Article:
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Quintessence Publishing: Journals: JAD

 

The Journal of Adhesive Dentistry

Edited by Jean-François Roulet

ISSN (print) 1461-5185 • ISSN (online) 1757-9988

Publication:

Fall 2001
Volume 3 , Issue 3



Pages: 247-255
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In Vitro Assessment of Polymerization Procedures in Class II Restorations: Sealing, FTIR, and Microhardness Evaluations.

Tassery, Herve; de Donato, Phillipe; Barres, Odile; Dejou, Jacques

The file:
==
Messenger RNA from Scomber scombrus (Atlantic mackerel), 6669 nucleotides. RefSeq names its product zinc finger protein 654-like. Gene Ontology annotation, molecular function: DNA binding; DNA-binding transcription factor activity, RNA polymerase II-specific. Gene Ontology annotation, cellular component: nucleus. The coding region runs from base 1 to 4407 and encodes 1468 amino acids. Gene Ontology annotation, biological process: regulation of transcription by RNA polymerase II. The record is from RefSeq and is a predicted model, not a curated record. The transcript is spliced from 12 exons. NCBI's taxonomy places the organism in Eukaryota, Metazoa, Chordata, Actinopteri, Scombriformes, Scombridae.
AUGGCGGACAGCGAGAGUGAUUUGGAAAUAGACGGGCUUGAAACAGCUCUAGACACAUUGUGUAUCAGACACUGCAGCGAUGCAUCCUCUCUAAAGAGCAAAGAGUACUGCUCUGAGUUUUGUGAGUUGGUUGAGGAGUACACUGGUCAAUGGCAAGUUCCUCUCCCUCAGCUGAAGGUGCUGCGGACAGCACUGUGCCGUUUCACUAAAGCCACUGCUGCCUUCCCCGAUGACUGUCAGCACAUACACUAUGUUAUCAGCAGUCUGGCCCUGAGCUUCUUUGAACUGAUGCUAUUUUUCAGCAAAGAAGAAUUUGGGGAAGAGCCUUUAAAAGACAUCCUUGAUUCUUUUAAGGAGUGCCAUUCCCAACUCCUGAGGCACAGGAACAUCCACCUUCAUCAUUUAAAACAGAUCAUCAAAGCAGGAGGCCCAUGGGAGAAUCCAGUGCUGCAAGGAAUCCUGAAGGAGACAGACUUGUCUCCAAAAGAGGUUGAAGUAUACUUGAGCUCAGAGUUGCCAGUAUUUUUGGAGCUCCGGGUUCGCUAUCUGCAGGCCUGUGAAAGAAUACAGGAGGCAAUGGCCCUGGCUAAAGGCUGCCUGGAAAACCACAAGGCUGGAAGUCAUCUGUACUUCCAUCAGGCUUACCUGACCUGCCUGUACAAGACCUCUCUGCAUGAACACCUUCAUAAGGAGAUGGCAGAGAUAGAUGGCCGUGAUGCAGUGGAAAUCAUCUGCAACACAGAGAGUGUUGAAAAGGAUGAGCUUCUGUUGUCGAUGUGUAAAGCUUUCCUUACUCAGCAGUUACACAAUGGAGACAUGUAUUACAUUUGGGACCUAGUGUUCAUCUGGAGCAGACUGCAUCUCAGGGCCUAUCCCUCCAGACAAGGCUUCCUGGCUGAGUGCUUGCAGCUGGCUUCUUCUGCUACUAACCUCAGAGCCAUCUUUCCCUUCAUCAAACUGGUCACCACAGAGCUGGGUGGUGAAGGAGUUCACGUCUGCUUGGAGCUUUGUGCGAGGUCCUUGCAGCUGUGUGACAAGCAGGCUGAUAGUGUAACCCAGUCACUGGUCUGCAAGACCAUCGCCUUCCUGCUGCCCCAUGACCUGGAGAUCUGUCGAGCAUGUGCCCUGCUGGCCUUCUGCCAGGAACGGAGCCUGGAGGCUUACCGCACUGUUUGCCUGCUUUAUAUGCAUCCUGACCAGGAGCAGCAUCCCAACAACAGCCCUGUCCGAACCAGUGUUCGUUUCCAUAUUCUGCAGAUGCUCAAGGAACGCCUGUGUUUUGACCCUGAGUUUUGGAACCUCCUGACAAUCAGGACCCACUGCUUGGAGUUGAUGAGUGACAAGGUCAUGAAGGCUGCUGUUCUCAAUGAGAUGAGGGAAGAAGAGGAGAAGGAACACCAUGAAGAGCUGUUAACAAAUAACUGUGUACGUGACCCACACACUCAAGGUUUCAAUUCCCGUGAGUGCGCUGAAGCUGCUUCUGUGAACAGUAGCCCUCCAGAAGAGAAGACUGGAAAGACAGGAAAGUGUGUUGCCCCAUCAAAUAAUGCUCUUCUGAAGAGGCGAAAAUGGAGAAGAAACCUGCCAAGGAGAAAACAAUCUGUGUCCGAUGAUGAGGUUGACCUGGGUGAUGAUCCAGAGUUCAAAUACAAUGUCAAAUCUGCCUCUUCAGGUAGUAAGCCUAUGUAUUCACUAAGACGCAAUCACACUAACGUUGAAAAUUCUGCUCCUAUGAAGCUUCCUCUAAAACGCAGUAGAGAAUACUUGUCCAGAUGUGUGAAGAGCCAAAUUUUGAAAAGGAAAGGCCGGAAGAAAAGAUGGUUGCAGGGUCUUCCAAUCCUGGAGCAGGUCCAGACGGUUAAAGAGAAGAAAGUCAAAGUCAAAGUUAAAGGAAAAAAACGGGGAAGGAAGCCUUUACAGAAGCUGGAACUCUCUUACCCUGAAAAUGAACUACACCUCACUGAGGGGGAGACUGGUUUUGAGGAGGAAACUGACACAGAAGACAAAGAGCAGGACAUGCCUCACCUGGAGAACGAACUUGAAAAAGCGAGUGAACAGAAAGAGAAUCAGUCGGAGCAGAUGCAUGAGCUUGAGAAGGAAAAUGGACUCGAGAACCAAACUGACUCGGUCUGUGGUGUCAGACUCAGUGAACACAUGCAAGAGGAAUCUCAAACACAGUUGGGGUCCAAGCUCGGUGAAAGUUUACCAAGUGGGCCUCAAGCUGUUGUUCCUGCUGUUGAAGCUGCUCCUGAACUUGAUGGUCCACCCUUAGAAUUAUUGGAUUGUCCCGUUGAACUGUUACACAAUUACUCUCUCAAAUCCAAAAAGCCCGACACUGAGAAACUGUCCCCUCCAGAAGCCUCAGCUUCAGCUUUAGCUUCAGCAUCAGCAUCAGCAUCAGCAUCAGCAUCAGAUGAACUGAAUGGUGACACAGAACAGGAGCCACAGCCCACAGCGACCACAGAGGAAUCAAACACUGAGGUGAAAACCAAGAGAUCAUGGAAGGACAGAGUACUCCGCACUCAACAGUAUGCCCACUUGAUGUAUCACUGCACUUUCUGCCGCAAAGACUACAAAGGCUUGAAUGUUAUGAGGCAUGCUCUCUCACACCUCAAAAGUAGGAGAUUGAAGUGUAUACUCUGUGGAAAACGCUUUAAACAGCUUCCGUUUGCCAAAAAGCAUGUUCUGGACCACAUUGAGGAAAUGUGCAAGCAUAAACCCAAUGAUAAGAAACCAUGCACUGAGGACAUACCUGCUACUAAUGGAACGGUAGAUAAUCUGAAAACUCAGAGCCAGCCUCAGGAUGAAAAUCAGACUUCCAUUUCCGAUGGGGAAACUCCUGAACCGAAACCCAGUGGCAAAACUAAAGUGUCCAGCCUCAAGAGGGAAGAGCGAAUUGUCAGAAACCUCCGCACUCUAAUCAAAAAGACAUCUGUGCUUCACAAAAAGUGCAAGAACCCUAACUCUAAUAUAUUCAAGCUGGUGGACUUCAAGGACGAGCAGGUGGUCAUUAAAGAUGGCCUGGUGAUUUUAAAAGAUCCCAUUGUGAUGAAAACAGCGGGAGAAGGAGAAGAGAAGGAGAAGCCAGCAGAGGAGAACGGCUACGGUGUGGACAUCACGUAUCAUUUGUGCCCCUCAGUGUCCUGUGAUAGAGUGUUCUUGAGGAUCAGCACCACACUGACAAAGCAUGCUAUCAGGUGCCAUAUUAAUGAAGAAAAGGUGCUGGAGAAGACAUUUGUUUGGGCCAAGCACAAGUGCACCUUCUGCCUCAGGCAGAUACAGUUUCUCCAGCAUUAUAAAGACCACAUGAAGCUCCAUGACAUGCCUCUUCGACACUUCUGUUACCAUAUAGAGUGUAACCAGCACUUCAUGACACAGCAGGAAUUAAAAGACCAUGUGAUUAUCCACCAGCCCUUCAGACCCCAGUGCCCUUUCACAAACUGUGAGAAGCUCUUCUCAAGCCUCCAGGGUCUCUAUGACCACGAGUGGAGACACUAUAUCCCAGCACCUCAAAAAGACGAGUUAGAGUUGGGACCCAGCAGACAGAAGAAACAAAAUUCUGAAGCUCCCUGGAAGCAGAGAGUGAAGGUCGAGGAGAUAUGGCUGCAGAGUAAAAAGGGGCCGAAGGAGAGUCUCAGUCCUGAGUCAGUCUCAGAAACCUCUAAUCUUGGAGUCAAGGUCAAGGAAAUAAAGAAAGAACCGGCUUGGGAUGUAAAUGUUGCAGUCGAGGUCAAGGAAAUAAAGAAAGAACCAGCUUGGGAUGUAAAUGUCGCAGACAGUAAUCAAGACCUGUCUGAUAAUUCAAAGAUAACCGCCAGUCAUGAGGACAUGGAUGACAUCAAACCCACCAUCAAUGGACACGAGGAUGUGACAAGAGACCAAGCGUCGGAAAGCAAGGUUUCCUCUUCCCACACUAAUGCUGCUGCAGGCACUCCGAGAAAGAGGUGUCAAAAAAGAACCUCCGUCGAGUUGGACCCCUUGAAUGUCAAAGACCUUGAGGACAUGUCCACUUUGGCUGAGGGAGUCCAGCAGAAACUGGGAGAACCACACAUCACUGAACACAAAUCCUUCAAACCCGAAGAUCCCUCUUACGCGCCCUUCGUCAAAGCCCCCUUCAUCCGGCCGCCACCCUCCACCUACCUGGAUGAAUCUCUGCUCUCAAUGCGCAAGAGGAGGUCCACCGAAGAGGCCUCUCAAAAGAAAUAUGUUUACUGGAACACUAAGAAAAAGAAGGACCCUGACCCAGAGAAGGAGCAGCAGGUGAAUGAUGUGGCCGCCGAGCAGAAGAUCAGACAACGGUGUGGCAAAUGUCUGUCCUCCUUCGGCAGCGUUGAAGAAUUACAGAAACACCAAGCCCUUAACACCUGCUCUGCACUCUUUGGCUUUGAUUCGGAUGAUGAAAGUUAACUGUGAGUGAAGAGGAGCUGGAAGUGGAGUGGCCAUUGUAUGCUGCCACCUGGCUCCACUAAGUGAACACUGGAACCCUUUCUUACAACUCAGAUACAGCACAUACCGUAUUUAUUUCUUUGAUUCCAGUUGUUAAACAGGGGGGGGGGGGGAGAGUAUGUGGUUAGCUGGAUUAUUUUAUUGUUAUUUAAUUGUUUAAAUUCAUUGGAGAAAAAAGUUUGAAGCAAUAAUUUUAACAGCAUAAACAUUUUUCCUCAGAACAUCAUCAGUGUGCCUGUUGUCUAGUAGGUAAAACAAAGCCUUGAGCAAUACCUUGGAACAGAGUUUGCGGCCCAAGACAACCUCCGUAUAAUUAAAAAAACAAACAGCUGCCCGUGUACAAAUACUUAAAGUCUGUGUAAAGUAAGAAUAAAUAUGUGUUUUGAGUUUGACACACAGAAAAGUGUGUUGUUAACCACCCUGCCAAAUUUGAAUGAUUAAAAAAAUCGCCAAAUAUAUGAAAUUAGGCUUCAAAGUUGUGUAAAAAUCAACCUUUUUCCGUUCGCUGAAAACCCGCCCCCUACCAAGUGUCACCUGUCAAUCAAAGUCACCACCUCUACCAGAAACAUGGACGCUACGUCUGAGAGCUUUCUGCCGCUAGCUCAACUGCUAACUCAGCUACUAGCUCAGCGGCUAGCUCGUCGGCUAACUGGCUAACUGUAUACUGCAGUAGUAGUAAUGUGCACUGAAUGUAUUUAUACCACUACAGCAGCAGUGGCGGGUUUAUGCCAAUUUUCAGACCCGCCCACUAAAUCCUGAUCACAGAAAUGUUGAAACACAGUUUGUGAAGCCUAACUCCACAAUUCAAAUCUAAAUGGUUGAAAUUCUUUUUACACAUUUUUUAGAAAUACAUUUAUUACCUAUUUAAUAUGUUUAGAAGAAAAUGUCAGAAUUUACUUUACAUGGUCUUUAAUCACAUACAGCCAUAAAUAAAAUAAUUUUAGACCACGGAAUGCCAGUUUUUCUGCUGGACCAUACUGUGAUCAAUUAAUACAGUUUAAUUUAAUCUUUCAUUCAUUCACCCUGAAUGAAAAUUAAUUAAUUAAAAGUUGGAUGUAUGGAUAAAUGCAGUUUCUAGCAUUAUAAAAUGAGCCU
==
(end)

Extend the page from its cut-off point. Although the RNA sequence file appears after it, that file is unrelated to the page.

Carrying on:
Purpose: This study was undertaken to evaluate several polymerization and filling procedures (incremental, bulk, light-tip, soft-cured, plasma devices) in Class II restorations through (1] a sealing evaluation of restorations filled with Tetric Ceram (TC) and Bisfil 2B (B2B, self-cured composite used as a control], (2) a FTIR analysis measuring the variations of the degree of conversion in terms of area unit ratio of the relevant resin composites and (3) a microhardness test to corroborate the FTIR analysis. Materials and Methods: The length of the tracer penetration was measured from the gingival margin up to the cavity wall with an episcope on sectioned teeth. A ceramic mould, simulating a Class II, was filled according to the different groups and the samples were analyzed with a Bruker IFS 55 spectrometer on ultra thin sections (3 ). The results were analyzed in terms of area unit ratio and total exposed energy. Under the same conditions, a microhardness test was run with a Frank Weihem machine. Results: The results of the sealing evaluation for light-tip, incremental and self-cured techniques did not differ. The plasma procedure failed in this evaluation as the bottom increment was not polymerized. The smallest area unit ratio (the best degree of conversion) was observed in 2 groups: one, the combination of the light-tip and soft process, and two, the self-cured resin composite (B2B). The distance at which the plasma procedure failed to cure the resin composite was between 3.5 and 4.5 mm. The microhardness test confirmed the FTIR analysis except for the group G2 (TC + light-tip). As also shown by FTIR analysis, no difference between the two relevant levels was observed with the hardness test. Conclusion: The dentin marginal sealing efficiency of Tetric Ceram restorations was increased with the light-tip technique, but was not better than the self-cured resin composite (B2B). For Tetric Ceram, the combination of the light-tip and soft process leads to a higher degree of conversion than the other groups. There is no linear relationship between the degree of conversion, the microhardness and the total exposed energy. The combination of the soft polymerization and the light-tip device might be an alternative restorative technique to the current incremental technique.

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